About 36% of the unimmunized respondents thought that the pulse polio was the only vaccine that needs to be given. Interviews with the field staff in the past have also revealed that low immunization coverage was partly due to emphasis given to Pulse Polio Initiative (PPI) as compared to routine immunization services. [2] We need to develop strategies to prevent the overshadowing of other VPDs due to PPI. Another 23.8% had lack of knowledge about the vaccination, while 16.4% had lack of faith on its effectiveness. The study in the urban slums of Delhi found the corresponding percentages to be 64 and 16% respectively. [16] The best approach to ensure a consistent coverage of all the vaccines would be to generate the demand regarding immunization services through interpersonal communication and motivation.

Children born at home were found to be less likely to receive any vaccination. This is particularly important in the light of the fact that domiciliary deliveries in UP and Rajasthan are one of the highest in the country. [21] Mothers who deliver at home may be non-users of health services in general and have to be targeted for utilization of health services. The presence of the high birth order and home delivery as independent predictors of nonimmunization emphasizes the need to broaden our focus from the infants to the pregnant females as well, to ensure the safety of the child against the six deadly but preventable diseases.

The intervention programs need to be tailored specifically for the Muslim community and those belonging to the low socioeconomic status through an in-depth analysis of the psycho-social needs and subsequent corrective actions. NFHS-2 [13] has also presented similar results with respect to the risk associated with the Muslim religion, literacy status of the mothers and scheduled caste/ tribes. A joint family was twice at risk of having an unimmunized child as compared to a nuclear family and therefore should be addressed through involvement of decision makers like father, mother-in-law, in addition to the mother; and anti-vaccine rumors need to be countered. [22] The caste of the child and, surprisingly, mother's literacy status did not significantly predict unimmunized status of the child in the absence of confounding factors. These results are also consistent with those of the study by Malini Kar et al. [16] This emphasizes the fact that if the social mobilization activities are properly implemented, they can have a significant impact in changing the attitude of the people irrespective of the caste or the educational qualification of the mother.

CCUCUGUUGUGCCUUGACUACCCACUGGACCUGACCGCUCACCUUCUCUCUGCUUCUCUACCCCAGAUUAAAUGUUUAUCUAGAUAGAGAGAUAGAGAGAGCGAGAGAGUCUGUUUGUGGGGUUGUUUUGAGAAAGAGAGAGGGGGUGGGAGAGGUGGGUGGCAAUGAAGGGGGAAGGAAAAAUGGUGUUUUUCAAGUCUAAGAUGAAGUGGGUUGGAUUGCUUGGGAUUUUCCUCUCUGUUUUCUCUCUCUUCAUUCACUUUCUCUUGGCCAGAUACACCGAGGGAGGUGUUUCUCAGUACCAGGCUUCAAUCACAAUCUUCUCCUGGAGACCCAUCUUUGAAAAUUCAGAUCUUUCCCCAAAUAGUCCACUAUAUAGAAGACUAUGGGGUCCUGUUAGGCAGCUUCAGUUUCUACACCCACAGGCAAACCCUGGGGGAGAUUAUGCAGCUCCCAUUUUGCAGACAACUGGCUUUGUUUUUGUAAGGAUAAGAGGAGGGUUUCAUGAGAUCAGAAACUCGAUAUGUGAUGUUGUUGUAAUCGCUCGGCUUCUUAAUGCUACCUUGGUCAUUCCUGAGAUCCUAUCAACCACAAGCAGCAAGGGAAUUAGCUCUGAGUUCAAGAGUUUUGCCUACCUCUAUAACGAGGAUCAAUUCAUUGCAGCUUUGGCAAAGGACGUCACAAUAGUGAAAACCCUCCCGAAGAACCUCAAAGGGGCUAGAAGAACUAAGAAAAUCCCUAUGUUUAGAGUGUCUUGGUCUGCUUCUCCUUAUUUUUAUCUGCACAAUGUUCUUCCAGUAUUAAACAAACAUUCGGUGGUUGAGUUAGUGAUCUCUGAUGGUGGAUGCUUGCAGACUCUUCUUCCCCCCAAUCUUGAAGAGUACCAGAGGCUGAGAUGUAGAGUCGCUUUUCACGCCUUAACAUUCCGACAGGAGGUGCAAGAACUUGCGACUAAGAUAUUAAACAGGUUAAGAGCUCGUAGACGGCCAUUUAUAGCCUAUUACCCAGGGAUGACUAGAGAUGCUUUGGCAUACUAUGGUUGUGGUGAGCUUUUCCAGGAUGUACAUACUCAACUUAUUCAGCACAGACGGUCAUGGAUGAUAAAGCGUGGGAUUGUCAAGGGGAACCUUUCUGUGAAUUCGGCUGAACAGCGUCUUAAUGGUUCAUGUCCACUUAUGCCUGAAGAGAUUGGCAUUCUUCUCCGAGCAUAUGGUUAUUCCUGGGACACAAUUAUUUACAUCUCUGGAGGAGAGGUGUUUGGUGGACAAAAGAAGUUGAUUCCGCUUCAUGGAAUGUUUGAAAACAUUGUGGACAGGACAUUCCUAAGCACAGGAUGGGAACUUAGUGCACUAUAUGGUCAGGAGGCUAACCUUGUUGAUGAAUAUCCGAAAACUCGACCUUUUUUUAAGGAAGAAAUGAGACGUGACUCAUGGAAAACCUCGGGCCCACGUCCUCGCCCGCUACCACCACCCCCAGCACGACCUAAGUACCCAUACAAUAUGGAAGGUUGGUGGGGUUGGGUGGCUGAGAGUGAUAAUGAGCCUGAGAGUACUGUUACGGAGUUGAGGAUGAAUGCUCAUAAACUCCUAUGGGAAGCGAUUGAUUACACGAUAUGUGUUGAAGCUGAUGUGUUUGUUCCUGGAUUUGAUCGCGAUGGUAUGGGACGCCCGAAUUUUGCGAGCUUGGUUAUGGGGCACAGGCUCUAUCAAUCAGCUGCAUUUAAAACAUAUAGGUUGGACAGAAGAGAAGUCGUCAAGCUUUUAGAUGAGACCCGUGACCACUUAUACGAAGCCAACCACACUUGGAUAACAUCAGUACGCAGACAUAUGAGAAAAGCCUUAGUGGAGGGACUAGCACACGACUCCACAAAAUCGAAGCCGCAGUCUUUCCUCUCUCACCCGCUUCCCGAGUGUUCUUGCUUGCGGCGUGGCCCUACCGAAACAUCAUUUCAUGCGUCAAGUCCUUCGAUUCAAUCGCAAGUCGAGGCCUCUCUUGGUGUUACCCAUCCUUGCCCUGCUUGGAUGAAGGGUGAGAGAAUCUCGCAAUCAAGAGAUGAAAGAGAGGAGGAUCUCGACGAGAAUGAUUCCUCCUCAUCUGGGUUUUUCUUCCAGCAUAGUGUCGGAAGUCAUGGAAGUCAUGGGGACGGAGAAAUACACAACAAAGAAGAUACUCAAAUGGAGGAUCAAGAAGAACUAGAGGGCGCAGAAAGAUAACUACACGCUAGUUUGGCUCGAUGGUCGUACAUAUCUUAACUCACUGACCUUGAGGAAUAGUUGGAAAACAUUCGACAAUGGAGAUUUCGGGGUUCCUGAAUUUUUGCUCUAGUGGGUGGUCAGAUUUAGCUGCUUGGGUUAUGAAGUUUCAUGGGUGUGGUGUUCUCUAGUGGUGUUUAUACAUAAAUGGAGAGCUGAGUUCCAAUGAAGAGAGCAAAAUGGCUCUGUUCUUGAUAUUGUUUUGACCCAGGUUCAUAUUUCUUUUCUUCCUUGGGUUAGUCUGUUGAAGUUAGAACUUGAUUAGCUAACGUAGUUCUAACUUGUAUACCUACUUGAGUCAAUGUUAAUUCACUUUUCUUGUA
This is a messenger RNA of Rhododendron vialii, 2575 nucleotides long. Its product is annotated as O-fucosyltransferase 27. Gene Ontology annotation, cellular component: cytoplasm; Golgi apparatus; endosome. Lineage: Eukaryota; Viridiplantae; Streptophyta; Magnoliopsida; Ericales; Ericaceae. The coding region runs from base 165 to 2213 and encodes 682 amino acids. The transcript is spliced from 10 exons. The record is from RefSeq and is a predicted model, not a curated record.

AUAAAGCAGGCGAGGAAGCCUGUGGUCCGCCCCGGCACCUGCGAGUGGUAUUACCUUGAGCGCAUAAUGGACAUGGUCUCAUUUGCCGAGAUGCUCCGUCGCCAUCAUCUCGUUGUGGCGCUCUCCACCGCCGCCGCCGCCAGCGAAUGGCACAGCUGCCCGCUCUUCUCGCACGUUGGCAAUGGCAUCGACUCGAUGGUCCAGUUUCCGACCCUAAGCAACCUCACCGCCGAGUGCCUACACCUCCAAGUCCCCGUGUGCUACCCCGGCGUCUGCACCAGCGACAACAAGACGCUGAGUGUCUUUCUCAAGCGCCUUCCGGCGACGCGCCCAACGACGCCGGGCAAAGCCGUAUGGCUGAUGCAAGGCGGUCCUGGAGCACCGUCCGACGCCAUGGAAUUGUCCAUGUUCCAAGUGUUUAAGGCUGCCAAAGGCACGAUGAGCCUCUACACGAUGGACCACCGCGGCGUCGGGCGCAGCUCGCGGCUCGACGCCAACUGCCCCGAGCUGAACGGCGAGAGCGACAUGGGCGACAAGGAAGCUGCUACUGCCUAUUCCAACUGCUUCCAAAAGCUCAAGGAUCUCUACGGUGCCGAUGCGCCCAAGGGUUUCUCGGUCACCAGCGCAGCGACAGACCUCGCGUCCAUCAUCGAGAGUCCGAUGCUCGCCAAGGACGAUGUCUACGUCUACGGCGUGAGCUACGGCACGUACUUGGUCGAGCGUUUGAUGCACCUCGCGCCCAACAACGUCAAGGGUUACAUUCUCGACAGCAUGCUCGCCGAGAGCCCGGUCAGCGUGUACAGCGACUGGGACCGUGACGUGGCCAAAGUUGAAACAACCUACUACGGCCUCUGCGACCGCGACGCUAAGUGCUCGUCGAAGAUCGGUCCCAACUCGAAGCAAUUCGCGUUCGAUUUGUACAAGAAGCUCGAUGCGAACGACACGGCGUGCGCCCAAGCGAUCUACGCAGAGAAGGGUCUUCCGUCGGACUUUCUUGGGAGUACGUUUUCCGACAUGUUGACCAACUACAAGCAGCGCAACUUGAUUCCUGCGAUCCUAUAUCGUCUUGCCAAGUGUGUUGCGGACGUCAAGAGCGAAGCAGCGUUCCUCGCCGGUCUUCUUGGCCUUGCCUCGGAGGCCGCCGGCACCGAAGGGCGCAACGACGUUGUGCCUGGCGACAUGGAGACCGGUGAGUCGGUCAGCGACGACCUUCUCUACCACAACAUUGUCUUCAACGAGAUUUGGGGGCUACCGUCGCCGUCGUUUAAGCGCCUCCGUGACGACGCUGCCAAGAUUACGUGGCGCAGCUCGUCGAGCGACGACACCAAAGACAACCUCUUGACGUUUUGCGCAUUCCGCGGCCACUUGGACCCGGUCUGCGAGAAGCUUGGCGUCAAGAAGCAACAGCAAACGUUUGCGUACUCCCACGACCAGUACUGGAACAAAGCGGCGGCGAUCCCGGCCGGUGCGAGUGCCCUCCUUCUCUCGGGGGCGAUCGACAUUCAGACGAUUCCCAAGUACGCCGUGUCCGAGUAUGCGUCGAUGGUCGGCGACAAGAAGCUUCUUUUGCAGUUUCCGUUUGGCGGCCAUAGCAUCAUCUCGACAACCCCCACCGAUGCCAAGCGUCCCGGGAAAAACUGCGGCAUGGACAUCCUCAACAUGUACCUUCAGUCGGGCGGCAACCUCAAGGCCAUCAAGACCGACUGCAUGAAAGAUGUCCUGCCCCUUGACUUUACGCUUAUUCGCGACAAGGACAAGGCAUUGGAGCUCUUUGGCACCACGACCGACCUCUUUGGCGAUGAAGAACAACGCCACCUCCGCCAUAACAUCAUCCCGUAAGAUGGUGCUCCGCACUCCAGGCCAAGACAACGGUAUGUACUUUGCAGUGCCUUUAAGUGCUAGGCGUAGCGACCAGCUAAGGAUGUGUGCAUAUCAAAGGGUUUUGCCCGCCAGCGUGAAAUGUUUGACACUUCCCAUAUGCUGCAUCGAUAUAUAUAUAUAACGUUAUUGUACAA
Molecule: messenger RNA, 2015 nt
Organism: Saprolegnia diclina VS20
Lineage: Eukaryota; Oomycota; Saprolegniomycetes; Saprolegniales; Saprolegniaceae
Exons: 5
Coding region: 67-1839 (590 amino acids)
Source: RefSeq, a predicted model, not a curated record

The study also revealed that place of delivery did not have an independent bearing on the partial-immunized status of the child. This was probably because institutional deliveries may have a bearing on administration of initial vaccines but not for the subsequent vaccines, in the absence of proper motivation. Similarly, socioeconomic status had no independent association with partial immunization, probably because the immunization services are accessible and affordable to all the people irrespective of their socioeconomic status. Illiteracy of the mother was significantly associated with partial immunization, and this has also been documented in other studies. [18],[22],[23],[24],[25]


According to the WHO cluster-survey methodology, which is the gold standard for the coverage evaluation survey, the required sample size usually taken is 210; but we had taken an absolute precision of 5% instead of 10% and a prevalence of 21% as compared to 50% to achieve a sufficiently large sample size to increase the precision. The study done in 1992 by R. Chandra et al. [10] was conducted with a similar methodology in the urban slums of Lucknow district but had a sample size of only 210. Therefore, the results of our study are more precise as compared to those of the study by R. Chandra et al. Moreover, the study did not try to bring out the determinants of low immunization coverage and thus we lack data for comparison of our findings. We excluded the respondents who were residing in the area for less than 6 months to avoid the bias regarding their knowledge and practices in a new place.


The results revealed a prevalence of 44% of fully immunized children as compared to 21%, which was the prevalence that was available at the time of sample size calculation. A prevalence of 44% would provide us a precision of ±6% as compared to the ±5% that we had allowed in our study, thus increasing the range of the values that we have obtained. We tried our best to minimize the recall bias by confirming and reconfirming the immunization status by enquiring about the various aspects of the vaccine, such as name, site and age of administration; but as it is with any other study, it could not be totally eliminated. We could also not study the inadequacies related to the health care delivery aspects, which have also been found to be responsible for the low immunization coverage, due to the paucity of resources.